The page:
They grew up with a stepfather who molested them both, Machuca said. She never told her mother because she was afraid of a whipping. Often, she said, she and her two older sisters and brother were beaten with garden hoses and extension cords. If they cried, the whippings lasted longer, she said. They taught themselves never to cry.
At 12, Machuca became pregnant by her stepfather. Confused and afraid, she denied it. Even as the doctor was delivering the baby, she remembered, “I said he was lyin.’ ”
A few months later, she said, her stepfather handed her mother a gun, told her what he’d done, and ordered her to shoot them all. Her mother refused, but wouldn’t kick her husband out, either. Machuca grabbed the baby, jumped out the window and never came back.
She put the baby in foster care. She joined a gang called the West Boulevard Crips in the Crenshaw district and, for two years, supported herself doing burglaries.
At 15, she said, she confessed to police.
“I wanted to go to jail,” she said, “so I could have a place to stay.”
It was in jail, she said, that she got the counseling that made her realize her family was “sick.” Once, she persuaded her mother to come to a group session. Her mother called her an “animal with no feelings” and accused her of airing her “dirty laundry” in public. She died soon afterward, Machuca said, “and I guess I stopped caring.”
Machuca learned secretarial skills and got a job at a mortgage company in West Covina when she got out. “Ooooh, I was set up in society, gettin’ dressed up and going to the Velvet Turtle for banquets,” she recalled. “It was perfect.”
Then came the turning point that ended her brief venture into “society.”
Her apartment was burglarized. Ill-prepared to cope with the setback, she returned to familiar ways.
“Ooooh, I was mad!” she said, without a trace of irony. She quit work, started smoking PCP, and never got a real job again. The one thing she felt good about, she said, was that she learned to love the baby she had rejected and saw him regularly. “We grew up together,” she said. When she was 21, she had a baby by a boyfriend, a beautiful little girl she treasured.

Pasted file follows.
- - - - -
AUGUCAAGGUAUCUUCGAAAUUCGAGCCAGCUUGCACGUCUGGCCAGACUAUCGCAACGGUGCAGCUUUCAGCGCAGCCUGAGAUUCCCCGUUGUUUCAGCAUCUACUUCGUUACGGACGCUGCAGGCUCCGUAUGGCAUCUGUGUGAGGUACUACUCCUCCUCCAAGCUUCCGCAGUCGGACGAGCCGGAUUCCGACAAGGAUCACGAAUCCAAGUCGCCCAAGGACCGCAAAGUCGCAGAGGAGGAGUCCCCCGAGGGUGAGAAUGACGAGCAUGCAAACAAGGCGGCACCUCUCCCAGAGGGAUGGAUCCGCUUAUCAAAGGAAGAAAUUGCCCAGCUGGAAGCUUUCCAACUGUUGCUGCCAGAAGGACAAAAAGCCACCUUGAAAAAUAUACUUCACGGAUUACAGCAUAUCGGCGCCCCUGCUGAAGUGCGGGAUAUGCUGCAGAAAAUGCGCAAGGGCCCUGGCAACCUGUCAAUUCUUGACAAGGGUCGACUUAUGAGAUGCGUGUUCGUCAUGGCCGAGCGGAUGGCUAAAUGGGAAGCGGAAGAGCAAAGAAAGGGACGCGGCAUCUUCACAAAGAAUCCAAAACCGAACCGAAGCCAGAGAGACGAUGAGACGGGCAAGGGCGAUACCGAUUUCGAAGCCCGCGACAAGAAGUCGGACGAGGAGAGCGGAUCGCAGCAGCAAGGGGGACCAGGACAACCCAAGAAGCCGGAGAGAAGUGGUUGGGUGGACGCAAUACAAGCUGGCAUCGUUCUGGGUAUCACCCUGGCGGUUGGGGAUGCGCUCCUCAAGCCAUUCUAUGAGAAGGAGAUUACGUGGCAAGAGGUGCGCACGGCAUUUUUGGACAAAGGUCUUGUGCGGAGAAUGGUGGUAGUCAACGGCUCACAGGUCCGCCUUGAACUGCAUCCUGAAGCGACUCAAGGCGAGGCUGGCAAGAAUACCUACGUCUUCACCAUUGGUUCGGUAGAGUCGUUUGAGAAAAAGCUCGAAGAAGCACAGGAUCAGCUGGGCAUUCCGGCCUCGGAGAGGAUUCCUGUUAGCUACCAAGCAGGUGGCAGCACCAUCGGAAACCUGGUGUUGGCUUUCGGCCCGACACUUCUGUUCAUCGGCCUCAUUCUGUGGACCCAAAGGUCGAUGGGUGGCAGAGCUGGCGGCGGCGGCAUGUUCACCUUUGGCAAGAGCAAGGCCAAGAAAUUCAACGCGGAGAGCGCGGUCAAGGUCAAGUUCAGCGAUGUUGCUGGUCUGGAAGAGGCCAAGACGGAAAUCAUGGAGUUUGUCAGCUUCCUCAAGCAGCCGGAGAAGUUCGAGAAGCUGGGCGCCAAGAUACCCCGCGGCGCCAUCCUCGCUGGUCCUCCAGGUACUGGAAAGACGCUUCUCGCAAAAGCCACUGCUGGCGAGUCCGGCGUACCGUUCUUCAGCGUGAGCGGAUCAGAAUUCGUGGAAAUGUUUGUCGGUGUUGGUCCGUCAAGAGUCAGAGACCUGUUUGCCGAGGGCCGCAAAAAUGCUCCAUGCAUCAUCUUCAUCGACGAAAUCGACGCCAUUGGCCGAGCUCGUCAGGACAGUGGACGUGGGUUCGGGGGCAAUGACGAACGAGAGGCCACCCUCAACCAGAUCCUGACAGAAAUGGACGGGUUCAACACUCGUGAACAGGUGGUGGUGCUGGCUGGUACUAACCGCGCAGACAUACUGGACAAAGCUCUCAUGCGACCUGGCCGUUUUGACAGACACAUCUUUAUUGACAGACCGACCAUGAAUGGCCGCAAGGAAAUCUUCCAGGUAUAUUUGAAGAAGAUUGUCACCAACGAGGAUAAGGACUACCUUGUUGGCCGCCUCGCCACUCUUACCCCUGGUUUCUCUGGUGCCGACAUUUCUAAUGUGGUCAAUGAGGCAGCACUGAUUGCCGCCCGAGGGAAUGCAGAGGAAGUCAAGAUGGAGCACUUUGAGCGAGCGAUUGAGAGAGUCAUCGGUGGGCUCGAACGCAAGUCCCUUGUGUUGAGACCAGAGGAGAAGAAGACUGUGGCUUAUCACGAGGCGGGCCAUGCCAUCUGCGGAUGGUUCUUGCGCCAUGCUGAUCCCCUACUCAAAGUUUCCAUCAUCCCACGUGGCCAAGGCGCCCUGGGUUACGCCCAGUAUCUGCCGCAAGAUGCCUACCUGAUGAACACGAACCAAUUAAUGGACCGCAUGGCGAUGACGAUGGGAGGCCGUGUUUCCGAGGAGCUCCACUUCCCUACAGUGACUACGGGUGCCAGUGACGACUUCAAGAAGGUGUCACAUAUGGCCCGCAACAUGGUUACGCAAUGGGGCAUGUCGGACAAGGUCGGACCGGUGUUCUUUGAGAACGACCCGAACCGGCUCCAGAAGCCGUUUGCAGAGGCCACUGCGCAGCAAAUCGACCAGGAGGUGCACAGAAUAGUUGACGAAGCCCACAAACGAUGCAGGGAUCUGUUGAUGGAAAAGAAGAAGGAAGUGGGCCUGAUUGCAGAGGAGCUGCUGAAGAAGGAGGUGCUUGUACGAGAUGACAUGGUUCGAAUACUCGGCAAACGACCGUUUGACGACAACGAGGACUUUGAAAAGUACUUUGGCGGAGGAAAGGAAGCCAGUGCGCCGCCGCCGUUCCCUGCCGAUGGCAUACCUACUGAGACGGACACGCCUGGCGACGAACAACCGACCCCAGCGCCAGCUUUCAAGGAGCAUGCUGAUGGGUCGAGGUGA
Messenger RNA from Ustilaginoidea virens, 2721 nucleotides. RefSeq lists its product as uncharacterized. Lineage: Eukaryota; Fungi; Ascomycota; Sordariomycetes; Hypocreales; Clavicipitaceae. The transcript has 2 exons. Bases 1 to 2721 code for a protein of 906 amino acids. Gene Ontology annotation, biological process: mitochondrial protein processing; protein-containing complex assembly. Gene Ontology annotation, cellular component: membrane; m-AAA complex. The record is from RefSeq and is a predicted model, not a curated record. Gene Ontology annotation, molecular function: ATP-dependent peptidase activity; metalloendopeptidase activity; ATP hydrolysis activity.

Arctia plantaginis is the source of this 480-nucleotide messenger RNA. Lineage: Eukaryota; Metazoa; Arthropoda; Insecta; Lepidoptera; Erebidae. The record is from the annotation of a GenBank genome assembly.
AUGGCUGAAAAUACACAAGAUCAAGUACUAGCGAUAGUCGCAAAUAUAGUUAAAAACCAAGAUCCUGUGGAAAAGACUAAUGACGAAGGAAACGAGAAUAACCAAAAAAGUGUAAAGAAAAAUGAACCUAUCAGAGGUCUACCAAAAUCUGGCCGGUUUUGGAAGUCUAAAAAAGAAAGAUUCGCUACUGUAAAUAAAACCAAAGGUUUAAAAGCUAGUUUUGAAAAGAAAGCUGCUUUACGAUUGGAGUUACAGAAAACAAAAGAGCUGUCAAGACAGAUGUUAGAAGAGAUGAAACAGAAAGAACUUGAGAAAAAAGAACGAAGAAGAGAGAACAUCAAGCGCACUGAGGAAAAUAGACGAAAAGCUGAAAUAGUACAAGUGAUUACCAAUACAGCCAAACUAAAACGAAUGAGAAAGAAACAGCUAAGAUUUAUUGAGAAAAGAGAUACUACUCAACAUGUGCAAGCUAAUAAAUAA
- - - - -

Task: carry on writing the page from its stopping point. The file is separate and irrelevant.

Meanwhile, her brother John was growing up “a little demon.”
When John was small, she said, he would throw rocks at the family German shepherd until one day the dog broke its chain and mauled him viciously. At 8, John was arrested for robbery, she said. At 10, he was in juvenile detention. Machuca, in jail herself at the time, was glad because maybe he would receive the same sort of counseling she had.
If he did, it didn’t seem to help.
“He ain’t got it all,” she said. “My brother, admit it, my brother’s crazy. . . . I think he’s been tormented all his life and he ain’t right. That’s all I can say about him, because I love him.”
Their mother moved to the San Gabriel Valley, and “Bad Johnny,” as she called him, began spending time in Baldwin Park. The seeming antithesis of the American Dream, Baldwin Park was named one of the 14 worst “disaster areas” in the country in 1982. The city was an incubator of social turmoil: poverty, crime, unemployment, gangs, shifting racial composition and high dropout rates.
Lewis fell in with a family named the Colberts and joined their gang, the Westside Bloods. The Bloods had roots in Los Angeles and were known for drug dealing.
So often have squad cars been dispatched to the Colbert house over the years, according to Baldwin Park police, that dispatchers don’t need to give out the address. Lewis and his sisters grew close to the Colberts. One of his older sisters married Derrick Colbert, 27, a tall, thin man known as “Snake.”